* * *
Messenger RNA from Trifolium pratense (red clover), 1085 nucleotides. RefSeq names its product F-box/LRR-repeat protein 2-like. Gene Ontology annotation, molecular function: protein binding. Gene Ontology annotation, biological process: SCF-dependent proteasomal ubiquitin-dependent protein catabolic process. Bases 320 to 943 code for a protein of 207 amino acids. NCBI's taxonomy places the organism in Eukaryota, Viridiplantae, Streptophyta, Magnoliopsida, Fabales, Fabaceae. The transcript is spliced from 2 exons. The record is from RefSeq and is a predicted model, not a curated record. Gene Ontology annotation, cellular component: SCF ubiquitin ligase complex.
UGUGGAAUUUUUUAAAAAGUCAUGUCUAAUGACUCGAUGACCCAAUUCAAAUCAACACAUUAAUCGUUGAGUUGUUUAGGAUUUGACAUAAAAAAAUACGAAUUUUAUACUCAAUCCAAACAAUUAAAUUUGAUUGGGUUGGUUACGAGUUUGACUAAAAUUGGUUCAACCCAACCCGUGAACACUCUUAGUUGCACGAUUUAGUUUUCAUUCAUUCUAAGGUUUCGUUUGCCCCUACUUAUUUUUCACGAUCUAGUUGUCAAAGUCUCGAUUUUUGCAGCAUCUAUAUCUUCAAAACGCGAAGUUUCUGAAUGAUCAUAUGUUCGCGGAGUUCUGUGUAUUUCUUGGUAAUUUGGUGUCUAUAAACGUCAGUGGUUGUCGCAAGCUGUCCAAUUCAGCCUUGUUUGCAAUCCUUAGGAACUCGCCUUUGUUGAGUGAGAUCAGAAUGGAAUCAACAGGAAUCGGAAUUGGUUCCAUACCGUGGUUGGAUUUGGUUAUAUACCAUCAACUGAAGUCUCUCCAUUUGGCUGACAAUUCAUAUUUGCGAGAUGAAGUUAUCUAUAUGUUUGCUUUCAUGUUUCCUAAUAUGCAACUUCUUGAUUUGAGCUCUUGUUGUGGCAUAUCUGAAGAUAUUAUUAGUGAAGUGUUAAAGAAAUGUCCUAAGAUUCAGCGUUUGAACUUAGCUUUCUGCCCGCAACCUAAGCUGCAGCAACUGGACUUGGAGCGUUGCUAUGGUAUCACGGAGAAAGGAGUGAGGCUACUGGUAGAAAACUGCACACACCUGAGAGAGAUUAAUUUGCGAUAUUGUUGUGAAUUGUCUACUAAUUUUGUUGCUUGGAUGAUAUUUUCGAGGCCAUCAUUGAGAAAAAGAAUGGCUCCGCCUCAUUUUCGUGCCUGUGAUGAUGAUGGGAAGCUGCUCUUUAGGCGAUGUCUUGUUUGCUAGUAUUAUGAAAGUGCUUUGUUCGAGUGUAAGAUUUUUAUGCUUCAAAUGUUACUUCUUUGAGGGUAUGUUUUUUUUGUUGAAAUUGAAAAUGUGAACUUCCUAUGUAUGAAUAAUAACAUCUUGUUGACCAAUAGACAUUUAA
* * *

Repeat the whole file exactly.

Messenger RNA from Trifolium pratense (red clover), 1085 nucleotides. RefSeq names its product F-box/LRR-repeat protein 2-like. Gene Ontology annotation, molecular function: protein binding. Gene Ontology annotation, biological process: SCF-dependent proteasomal ubiquitin-dependent protein catabolic process. Bases 320 to 943 code for a protein of 207 amino acids. NCBI's taxonomy places the organism in Eukaryota, Viridiplantae, Streptophyta, Magnoliopsida, Fabales, Fabaceae. The transcript is spliced from 2 exons. The record is from RefSeq and is a predicted model, not a curated record. Gene Ontology annotation, cellular component: SCF ubiquitin ligase complex.
UGUGGAAUUUUUUAAAAAGUCAUGUCUAAUGACUCGAUGACCCAAUUCAAAUCAACACAUUAAUCGUUGAGUUGUUUAGGAUUUGACAUAAAAAAAUACGAAUUUUAUACUCAAUCCAAACAAUUAAAUUUGAUUGGGUUGGUUACGAGUUUGACUAAAAUUGGUUCAACCCAACCCGUGAACACUCUUAGUUGCACGAUUUAGUUUUCAUUCAUUCUAAGGUUUCGUUUGCCCCUACUUAUUUUUCACGAUCUAGUUGUCAAAGUCUCGAUUUUUGCAGCAUCUAUAUCUUCAAAACGCGAAGUUUCUGAAUGAUCAUAUGUUCGCGGAGUUCUGUGUAUUUCUUGGUAAUUUGGUGUCUAUAAACGUCAGUGGUUGUCGCAAGCUGUCCAAUUCAGCCUUGUUUGCAAUCCUUAGGAACUCGCCUUUGUUGAGUGAGAUCAGAAUGGAAUCAACAGGAAUCGGAAUUGGUUCCAUACCGUGGUUGGAUUUGGUUAUAUACCAUCAACUGAAGUCUCUCCAUUUGGCUGACAAUUCAUAUUUGCGAGAUGAAGUUAUCUAUAUGUUUGCUUUCAUGUUUCCUAAUAUGCAACUUCUUGAUUUGAGCUCUUGUUGUGGCAUAUCUGAAGAUAUUAUUAGUGAAGUGUUAAAGAAAUGUCCUAAGAUUCAGCGUUUGAACUUAGCUUUCUGCCCGCAACCUAAGCUGCAGCAACUGGACUUGGAGCGUUGCUAUGGUAUCACGGAGAAAGGAGUGAGGCUACUGGUAGAAAACUGCACACACCUGAGAGAGAUUAAUUUGCGAUAUUGUUGUGAAUUGUCUACUAAUUUUGUUGCUUGGAUGAUAUUUUCGAGGCCAUCAUUGAGAAAAAGAAUGGCUCCGCCUCAUUUUCGUGCCUGUGAUGAUGAUGGGAAGCUGCUCUUUAGGCGAUGUCUUGUUUGCUAGUAUUAUGAAAGUGCUUUGUUCGAGUGUAAGAUUUUUAUGCUUCAAAUGUUACUUCUUUGAGGGUAUGUUUUUUUUGUUGAAAUUGAAAAUGUGAACUUCCUAUGUAUGAAUAAUAACAUCUUGUUGACCAAUAGACAUUUAA